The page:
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Hidden away in a small community on the southernmost point of the island nation of Sri Lanka resides a group of a few hundred men with a highly specialized method for catching fish. They are called stilt (or stick) fishermen, and they have been perfecting this craft for generations. Stilt fishermen are some of the poorest people on the island. Even the simple bamboo sticks they use as fishing rods are handed down from father to son. They spend their days precariously perched above the ocean on a wooden pole that has been anchored into the reef. With one hand they dangle their bamboo rods over the water, with the other they hold themselves up. No bait is used, but they are quite adept at catching the surprisingly small reef fish they are after. Stick fishing arose from neccesity. An unobtrusive method for harvesting the reef, that would not cause the fish to flee the reef entirely was needed. So they float above, catching the fish as if it was were a bird plucking its prey from the sea. For hours on end he will sit with great agility on his stilt, catching small fish and placing them in his bag. An entires day catch will hopefully be enough to fill all the mouths that need feeding. Sri Lankan Stick fishermen face an uncertain future. Stilt fishing was almost cast to the history books after the 2004 tsunami decimated the coastal areas of Sri Lanka. A civil war raged here for decades, and ended in just 2009. Now the country can begin to rebuild. It remains to be seen if there will be a place for these unique people in the years to come. The innevitable development of coastline property may leave them with nowhere to continue their craft.

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AAG_2015_SriLanka_ 27.jpg
Copyright
Anouk Garcia
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4256x2832 / 12.8MB
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SRI LANKA as you've never seen before, Hotel Travel Lifestyle, HomePage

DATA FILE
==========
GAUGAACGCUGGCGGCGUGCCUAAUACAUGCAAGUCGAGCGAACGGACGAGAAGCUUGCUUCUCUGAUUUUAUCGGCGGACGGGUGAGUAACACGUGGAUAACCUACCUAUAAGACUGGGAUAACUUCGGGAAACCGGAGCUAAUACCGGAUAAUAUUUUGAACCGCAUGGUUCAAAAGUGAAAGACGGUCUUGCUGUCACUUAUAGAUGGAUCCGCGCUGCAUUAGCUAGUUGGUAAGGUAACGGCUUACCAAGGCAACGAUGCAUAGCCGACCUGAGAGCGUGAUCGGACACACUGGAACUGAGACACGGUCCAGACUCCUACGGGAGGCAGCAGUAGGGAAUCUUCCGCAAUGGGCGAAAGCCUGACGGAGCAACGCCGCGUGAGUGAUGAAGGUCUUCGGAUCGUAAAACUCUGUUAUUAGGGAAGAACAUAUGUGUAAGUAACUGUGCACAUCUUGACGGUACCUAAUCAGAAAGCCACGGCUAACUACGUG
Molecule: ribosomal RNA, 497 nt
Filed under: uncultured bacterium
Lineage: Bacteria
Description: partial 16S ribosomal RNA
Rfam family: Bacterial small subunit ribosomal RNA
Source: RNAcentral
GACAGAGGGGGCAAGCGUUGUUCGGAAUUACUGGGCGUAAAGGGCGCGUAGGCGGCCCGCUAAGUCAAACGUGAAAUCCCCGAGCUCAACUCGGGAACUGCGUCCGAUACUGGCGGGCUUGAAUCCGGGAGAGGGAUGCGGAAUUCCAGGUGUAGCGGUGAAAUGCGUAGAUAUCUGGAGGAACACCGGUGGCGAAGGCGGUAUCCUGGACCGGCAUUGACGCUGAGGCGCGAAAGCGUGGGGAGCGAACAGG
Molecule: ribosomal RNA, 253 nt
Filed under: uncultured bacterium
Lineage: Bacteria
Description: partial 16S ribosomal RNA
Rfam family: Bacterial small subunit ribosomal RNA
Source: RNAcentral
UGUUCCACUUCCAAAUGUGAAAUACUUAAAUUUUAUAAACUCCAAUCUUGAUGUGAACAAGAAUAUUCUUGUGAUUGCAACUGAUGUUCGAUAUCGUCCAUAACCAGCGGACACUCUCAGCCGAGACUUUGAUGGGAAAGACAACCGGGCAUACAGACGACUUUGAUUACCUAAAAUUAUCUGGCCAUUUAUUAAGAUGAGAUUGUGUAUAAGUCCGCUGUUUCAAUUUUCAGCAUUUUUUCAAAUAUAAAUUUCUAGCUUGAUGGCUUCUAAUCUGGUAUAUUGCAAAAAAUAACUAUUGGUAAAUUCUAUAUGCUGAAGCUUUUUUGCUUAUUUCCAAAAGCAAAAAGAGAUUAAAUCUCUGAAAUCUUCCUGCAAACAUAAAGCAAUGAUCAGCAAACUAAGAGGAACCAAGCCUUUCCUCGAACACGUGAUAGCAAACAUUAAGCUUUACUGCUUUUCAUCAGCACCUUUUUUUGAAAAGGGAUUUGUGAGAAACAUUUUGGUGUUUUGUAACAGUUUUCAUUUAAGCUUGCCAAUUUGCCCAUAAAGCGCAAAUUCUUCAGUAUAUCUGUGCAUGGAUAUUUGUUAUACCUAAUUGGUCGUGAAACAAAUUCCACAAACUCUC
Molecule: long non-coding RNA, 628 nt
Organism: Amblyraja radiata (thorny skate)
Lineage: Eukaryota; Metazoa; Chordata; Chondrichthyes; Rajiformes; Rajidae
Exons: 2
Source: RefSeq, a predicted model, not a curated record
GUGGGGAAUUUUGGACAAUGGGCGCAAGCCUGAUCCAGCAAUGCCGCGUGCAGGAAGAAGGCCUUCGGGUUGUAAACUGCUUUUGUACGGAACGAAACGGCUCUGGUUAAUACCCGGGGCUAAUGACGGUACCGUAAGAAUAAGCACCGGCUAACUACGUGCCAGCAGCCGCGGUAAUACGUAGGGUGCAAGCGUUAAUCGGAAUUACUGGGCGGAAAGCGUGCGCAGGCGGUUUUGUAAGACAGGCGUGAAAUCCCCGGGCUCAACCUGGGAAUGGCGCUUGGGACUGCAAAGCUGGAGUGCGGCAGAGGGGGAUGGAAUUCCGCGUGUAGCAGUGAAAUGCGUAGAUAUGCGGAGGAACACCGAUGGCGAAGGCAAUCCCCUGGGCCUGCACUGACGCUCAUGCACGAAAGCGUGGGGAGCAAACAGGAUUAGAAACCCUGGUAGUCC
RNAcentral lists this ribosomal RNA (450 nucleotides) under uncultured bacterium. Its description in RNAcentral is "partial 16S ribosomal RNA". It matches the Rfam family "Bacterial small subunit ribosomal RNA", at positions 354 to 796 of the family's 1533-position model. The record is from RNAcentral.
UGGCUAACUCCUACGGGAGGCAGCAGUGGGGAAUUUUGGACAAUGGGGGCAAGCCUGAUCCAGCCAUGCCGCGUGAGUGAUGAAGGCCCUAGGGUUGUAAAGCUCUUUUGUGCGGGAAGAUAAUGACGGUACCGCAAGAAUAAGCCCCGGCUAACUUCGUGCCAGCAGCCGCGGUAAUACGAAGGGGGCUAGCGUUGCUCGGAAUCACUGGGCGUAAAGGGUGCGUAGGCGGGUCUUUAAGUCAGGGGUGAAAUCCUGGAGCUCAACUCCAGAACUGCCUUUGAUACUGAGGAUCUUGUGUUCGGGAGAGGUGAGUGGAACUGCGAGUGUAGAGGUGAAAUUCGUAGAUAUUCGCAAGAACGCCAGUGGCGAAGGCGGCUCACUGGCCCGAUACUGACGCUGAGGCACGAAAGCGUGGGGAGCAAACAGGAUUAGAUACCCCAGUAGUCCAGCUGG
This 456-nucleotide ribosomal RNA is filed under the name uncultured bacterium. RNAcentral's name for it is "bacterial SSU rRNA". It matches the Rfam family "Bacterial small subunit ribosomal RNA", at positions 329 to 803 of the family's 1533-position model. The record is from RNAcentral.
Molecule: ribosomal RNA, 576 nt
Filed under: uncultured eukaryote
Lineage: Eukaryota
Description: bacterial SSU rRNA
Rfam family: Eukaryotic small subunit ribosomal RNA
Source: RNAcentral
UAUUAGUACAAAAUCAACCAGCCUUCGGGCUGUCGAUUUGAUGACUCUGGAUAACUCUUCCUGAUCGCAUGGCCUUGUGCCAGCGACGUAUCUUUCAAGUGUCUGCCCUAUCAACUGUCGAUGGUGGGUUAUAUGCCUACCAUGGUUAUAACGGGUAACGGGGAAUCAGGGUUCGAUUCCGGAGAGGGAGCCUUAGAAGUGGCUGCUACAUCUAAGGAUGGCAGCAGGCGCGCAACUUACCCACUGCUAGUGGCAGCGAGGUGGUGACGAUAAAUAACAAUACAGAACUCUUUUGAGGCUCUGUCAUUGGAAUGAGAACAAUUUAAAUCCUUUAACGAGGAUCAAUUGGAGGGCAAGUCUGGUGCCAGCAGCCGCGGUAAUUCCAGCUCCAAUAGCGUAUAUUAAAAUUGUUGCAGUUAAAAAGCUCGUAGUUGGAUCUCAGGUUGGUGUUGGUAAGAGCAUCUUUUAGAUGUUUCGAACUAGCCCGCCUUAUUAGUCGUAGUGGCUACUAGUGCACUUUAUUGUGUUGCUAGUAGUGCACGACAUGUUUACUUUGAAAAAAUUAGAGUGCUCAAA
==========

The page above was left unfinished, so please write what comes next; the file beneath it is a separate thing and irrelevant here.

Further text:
Hidden away in a small community on the southernmost point of the island nation of Sri Lanka resides a group of a few hundred men with a highly specialized method for catching fish. They are called stilt (or stick) fishermen, and they have been perfecting this craft for generations. Stilt fishermen are some of the poorest people on the island. Even the simple bamboo sticks they use as fishing rods are handed down from father to son. They spend their days precariously perched above the ocean on a wooden pole that has been anchored into the reef. With one hand they dangle their bamboo rods over the water, with the other they hold themselves up. No bait is used, but they are quite adept at catching the surprisingly small reef fish they are after. Stick fishing arose from neccesity. An unobtrusive method for harvesting the reef, that would not cause the fish to flee the reef entirely was needed. So they float above, catching the fish as if it was were a bird plucking its prey from the sea. For hours on end he will sit with great agility on his stilt, catching small fish and placing them in his bag. An entires day catch will hopefully be enough to fill all the mouths that need feeding. Sri Lankan Stick fishermen face an uncertain future. Stilt fishing was almost cast to the history books after the 2004 tsunami decimated the coastal areas of Sri Lanka. A civil war raged here for decades, and ended in just 2009. Now the country can begin to rebuild. It remains to be seen if there will be a place for these unique people in the years to come. The innevitable development of coastline property may leave them with nowhere to continue their craft.